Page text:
We are pleased to announce first solo exhibition of the graduating student Ondřej Filípek.
‘We were supposedly liberated, but the cost was that we buried ourselves in technology, to which we became completely subordinate. While people in the distant past supposedly suffered in an order where they were subordinate to God and had a predestined monarch, both of whom had to be served, people in our times experience the euphoria of freedom in disorder, where they are subordinate to nobody and nothing, and thus have to serve Nothing and Nothingness. ‘ Jan Stern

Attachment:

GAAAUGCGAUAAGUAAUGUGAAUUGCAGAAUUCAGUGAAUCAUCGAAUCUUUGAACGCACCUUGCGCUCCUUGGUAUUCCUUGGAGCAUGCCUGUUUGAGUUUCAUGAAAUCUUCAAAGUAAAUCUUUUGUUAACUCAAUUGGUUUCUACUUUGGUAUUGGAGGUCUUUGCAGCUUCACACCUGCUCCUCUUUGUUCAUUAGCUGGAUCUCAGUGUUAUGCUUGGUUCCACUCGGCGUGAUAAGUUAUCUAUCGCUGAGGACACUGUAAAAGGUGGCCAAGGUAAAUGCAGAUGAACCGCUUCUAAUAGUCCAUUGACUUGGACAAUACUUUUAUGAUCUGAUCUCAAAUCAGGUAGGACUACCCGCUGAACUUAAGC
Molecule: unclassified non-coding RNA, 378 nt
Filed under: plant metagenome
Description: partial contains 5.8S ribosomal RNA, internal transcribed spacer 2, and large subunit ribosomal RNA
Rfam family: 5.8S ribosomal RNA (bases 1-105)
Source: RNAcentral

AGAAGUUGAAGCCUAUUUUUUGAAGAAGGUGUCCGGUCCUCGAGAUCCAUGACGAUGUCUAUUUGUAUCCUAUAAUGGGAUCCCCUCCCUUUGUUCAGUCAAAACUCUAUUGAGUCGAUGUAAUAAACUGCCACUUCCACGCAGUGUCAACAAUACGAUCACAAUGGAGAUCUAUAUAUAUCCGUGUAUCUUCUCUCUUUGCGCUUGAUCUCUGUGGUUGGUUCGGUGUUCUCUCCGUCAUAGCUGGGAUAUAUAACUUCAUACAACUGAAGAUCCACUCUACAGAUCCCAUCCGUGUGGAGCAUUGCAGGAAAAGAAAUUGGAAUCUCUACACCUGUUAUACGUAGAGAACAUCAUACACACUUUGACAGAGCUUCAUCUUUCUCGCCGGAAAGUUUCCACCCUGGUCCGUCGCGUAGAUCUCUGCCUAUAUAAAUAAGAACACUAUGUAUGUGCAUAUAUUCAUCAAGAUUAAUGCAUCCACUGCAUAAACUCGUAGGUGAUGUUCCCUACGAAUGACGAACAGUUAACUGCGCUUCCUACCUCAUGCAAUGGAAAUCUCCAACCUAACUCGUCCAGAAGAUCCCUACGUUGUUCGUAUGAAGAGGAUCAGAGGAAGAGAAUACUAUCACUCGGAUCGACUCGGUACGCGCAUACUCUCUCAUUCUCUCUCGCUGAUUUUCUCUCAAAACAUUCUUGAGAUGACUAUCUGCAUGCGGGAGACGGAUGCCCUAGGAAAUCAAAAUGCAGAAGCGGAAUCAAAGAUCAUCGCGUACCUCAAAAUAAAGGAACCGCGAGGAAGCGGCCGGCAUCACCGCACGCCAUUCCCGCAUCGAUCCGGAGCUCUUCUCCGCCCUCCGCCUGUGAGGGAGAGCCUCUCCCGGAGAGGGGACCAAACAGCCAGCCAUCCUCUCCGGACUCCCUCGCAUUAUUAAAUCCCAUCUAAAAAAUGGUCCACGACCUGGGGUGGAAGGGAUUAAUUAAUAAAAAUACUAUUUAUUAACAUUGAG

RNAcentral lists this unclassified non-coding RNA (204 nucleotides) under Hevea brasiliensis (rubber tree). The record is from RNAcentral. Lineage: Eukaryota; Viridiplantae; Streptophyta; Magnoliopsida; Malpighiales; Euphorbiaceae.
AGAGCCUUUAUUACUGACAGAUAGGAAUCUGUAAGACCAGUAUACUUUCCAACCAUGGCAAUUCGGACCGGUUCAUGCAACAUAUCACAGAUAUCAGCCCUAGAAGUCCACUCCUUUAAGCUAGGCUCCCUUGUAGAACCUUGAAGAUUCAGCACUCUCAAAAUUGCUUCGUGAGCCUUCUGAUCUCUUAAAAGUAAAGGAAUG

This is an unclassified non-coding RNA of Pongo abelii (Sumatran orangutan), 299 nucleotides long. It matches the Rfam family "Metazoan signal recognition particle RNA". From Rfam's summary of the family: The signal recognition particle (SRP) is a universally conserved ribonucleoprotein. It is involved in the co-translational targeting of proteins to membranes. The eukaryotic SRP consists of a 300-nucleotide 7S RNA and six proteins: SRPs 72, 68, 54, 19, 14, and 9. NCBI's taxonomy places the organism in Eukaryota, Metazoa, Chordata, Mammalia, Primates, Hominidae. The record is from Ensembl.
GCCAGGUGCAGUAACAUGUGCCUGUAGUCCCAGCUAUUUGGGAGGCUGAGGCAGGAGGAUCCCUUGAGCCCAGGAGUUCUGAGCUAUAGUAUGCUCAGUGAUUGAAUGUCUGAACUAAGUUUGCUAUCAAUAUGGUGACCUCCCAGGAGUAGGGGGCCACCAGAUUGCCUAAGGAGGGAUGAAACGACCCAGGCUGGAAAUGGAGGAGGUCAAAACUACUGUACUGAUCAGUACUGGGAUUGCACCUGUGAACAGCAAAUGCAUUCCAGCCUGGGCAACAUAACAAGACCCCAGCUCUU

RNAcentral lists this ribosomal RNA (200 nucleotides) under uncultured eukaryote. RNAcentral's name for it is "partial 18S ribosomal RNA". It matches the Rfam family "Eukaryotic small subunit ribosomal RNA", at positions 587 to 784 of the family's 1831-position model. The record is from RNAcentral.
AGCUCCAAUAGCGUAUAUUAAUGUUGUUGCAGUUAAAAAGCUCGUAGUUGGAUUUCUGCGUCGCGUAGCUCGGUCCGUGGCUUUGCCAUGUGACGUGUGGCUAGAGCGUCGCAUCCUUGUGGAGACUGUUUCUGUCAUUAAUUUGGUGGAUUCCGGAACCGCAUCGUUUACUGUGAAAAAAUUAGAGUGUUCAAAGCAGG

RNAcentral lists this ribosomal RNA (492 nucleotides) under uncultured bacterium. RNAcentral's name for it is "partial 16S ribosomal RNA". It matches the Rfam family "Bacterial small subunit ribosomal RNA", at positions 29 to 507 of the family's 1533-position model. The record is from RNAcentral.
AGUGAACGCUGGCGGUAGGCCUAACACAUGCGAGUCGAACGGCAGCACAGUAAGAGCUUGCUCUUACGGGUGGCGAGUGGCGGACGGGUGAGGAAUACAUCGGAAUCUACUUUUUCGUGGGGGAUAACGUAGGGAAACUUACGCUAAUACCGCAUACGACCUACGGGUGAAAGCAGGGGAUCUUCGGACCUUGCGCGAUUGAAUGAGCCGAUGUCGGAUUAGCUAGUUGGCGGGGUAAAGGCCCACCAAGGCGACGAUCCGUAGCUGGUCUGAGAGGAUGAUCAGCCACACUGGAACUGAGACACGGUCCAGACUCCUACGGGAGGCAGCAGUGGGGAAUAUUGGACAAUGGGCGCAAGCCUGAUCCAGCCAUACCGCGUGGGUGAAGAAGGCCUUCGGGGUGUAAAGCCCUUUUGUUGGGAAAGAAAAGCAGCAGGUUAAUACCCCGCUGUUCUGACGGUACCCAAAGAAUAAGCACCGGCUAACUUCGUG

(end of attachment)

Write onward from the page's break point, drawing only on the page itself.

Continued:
Ondřej Filípek attempts to find a new order and adjust the relations between technological and ‘organic‘ things, which are homogenized in his works made with plaster. The morphology of his object derives from industrial products, frequently construction materials, plastic pipes, and screws. He creates figures whose physicality is connected to people. These semi-technological figures are in a standing position and have a body stretches out vertically like Giacometti´s sculptures. They also, however, resemble stalks of tropical or carnivorous plants that did not grow from the ground, but were constructed out from the center of the body, from a found part. Constructive material is distinctive in that it is predetermined for joining, building, continuing, for growth, and this may be another reason why it attracts the author´s attention. Filípek focused most of all on points of connection, where the dramatic moments of the sculpture occur, exposes its construction. He wants to end mechanical processes of creation, and as such, his manufactured object follows a process of naturalization – he creates from it a natural form that is original and has its own subjectivity. The shape of the technological item that serves as DNA of author´s future sculpture represents the complex of characteristics and relationships that it brings to the new work, though transformed in the process of organically creating a form, which once again stands in for the complexity of the new object whose nature is neither technological nor human. Edith Jeřábková, Against Nature, Praha 2016